Tuesday, June 16, 2015

YVES MALONE – “The Unfortunate Occurrence of Memories Not Our Own Bleeding Through, and the Hole That Fills Them” (Jehu & Chinaman)



I don’t think we’ll ever know the origins of the mysterious synth artist Yves Malone, but whether his current output reminisces on a 1970s/1980s Carpenter-esque modular-synth heyday or not, it’s still pretty frickin amazing, with emphasis on the “frickin.” He might be some sixtysomething recluse, holed up in his unibomber shack surrounded by banks of synthesizers, or he may some young hotshot with a laptop and a bunch of German synth records. I can’t tell by simply listening. Maybe we should just ask him.

Malone’s newest tape, The Unfortunate Occurrence of Memories Not Our Own Bleeding Through, and the Hole That Fills Them on Jehu & Chinaman (say that five times … er, one time fast), finds him soundtracking yet another film, the short The Unfortunate Occurrence … you get it, filmed by visual artist Randy Pool and released in 2009. This ain’t no ECHO People, though, or Zenith City (or even Abysscoteque), where the tunes careen and threaten and impact and other action verbs. There aren’t any car chases or murderous rampages or zombie apocalypses – Unfortunate Occurrence follows a much more subdued path, and Yves follows suit with a more subdued soundtrack. This is a head trip, wherein protagonist (I assume) “Julien comes home to a tornado warning … [and] it becomes slowly apparent that the real threat may not lie in the growing winds outside, but in the minds of the couple [Julien and his wife] themselves…”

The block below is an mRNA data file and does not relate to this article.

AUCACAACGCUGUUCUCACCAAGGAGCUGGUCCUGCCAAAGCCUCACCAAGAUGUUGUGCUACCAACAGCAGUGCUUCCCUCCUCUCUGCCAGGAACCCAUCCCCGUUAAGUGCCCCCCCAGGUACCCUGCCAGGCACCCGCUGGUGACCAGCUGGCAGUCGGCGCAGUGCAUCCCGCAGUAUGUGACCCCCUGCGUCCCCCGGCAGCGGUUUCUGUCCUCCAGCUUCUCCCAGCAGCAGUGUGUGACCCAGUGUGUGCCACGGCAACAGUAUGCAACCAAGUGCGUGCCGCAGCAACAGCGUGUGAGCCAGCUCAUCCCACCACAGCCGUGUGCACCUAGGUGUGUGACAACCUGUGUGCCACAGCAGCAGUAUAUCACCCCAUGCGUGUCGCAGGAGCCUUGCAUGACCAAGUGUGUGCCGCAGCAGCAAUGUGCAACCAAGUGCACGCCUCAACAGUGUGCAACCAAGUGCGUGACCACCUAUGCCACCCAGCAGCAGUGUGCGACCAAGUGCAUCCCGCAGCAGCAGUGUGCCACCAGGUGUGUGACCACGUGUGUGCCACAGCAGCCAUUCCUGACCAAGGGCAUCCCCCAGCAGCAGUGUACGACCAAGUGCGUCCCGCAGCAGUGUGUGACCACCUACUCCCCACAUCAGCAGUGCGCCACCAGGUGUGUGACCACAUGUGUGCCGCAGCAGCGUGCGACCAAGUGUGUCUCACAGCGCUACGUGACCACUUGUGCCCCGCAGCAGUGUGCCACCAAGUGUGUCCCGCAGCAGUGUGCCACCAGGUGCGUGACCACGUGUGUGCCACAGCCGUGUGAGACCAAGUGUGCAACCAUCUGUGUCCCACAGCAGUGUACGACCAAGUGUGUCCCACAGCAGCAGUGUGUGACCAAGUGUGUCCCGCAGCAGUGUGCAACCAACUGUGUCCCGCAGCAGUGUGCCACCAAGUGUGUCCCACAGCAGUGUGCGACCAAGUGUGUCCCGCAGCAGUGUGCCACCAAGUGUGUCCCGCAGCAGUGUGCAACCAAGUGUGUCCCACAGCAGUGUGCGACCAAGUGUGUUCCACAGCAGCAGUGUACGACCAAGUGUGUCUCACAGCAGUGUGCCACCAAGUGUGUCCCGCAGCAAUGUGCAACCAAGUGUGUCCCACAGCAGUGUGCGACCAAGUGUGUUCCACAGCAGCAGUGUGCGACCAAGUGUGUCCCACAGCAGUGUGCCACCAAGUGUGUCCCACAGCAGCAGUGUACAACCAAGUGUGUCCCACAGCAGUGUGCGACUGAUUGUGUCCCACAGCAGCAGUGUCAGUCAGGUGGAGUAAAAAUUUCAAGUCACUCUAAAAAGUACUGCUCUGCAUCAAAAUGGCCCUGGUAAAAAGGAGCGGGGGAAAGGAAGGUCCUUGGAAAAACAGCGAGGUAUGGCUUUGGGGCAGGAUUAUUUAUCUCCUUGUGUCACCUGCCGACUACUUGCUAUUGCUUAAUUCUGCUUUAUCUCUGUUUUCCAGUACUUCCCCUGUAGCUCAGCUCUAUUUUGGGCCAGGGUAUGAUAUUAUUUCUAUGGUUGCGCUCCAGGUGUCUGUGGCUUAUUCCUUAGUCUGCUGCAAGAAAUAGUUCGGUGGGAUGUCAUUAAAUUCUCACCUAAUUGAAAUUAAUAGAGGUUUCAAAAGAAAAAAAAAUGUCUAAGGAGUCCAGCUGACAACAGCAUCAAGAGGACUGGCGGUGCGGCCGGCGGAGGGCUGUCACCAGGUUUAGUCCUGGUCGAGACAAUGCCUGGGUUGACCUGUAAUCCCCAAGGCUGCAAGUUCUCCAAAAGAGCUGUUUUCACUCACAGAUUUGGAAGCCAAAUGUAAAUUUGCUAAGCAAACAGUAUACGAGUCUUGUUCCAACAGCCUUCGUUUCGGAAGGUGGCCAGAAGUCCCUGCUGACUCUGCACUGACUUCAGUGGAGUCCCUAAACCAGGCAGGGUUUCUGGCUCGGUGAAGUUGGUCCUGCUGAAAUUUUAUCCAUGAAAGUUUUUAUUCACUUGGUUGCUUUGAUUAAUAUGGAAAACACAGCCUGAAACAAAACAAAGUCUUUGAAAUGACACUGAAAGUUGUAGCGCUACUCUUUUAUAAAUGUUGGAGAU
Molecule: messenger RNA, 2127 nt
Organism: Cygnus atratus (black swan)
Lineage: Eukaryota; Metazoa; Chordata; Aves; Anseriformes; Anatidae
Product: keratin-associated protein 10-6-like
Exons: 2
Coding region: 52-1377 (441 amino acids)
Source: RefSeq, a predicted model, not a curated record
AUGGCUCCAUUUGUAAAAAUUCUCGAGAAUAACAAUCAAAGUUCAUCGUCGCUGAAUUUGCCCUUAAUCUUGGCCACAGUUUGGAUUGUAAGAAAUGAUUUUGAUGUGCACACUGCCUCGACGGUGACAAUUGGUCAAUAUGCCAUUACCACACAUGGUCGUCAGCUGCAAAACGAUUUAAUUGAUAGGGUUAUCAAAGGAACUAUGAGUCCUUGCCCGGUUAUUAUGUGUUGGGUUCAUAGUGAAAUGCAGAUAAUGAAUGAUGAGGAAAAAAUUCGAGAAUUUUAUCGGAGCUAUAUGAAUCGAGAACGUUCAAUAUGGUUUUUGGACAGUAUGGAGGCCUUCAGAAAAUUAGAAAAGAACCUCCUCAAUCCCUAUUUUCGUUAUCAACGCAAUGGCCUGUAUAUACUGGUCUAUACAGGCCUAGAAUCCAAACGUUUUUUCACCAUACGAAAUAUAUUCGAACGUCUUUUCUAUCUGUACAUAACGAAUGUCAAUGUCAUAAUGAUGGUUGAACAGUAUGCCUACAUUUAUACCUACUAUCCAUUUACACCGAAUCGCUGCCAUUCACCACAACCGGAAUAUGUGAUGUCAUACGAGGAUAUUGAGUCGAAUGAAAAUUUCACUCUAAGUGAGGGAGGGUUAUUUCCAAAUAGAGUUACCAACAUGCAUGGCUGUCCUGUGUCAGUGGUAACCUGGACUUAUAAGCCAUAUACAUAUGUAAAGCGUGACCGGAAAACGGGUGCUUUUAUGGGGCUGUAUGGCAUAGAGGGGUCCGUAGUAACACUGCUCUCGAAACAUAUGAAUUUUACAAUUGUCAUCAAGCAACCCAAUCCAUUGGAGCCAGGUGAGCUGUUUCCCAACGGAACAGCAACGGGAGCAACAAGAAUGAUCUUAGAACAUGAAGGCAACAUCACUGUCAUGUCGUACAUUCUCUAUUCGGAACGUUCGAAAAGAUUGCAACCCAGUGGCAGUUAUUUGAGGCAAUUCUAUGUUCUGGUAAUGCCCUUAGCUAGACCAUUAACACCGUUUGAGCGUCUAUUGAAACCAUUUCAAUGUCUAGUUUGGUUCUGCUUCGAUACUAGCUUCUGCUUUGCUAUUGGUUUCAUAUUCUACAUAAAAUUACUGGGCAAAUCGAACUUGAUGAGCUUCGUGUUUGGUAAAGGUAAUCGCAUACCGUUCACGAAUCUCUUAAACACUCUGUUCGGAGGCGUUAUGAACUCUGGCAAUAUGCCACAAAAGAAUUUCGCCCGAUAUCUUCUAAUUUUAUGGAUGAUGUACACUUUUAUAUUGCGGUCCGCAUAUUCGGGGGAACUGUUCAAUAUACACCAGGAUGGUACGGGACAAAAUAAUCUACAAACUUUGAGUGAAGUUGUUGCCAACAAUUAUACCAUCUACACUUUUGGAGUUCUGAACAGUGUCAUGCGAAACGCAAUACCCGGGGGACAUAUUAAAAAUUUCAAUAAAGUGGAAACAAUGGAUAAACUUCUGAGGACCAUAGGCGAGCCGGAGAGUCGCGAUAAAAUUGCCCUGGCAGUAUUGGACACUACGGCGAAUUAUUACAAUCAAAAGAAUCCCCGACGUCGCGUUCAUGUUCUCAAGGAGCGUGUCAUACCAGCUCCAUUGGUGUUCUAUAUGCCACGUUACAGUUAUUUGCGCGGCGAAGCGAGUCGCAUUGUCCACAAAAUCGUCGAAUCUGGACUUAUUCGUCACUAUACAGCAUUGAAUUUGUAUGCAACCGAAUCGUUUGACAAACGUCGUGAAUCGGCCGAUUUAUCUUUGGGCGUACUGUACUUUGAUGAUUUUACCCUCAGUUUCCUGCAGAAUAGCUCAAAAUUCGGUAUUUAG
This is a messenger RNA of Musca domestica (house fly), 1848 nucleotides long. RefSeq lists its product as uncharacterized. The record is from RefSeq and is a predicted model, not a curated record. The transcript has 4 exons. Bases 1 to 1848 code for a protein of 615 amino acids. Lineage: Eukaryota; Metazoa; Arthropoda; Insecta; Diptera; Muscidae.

Even with a wild tornado brewing, Malone still reins in his more bombastic tendencies, and allows his music to eerily waft through the film (which I haven’t seen), setting a pensive mood right in line with the reality-blurring that happens onscreen. The tracks are at once gorgeous and unsettling, and promise danger and rescue at equal measure, as on the weird and terrifyingly titled “A Beamed Man Approaches” and the gorgeous “But the Wind Turned Against Us.” Malone ends the tape with the dirge-like lullaby “Before Releasing Us Under the Wave,” a title both promising freedom from confinement and death (by drowning) due to that release. Creepy, Twilight Zone-y stuff.

I can’t recommend Yves Malone’s work highly enough, and Unfortunate Occurrence continues his winning streak, although manifest in an unusual way. If you want to read more about some of his earlier releases, I’ve provided links to other reviews I’ve written below. Then go out and binge on his discography – you won’t be disappointed.







--Ryan Masteller

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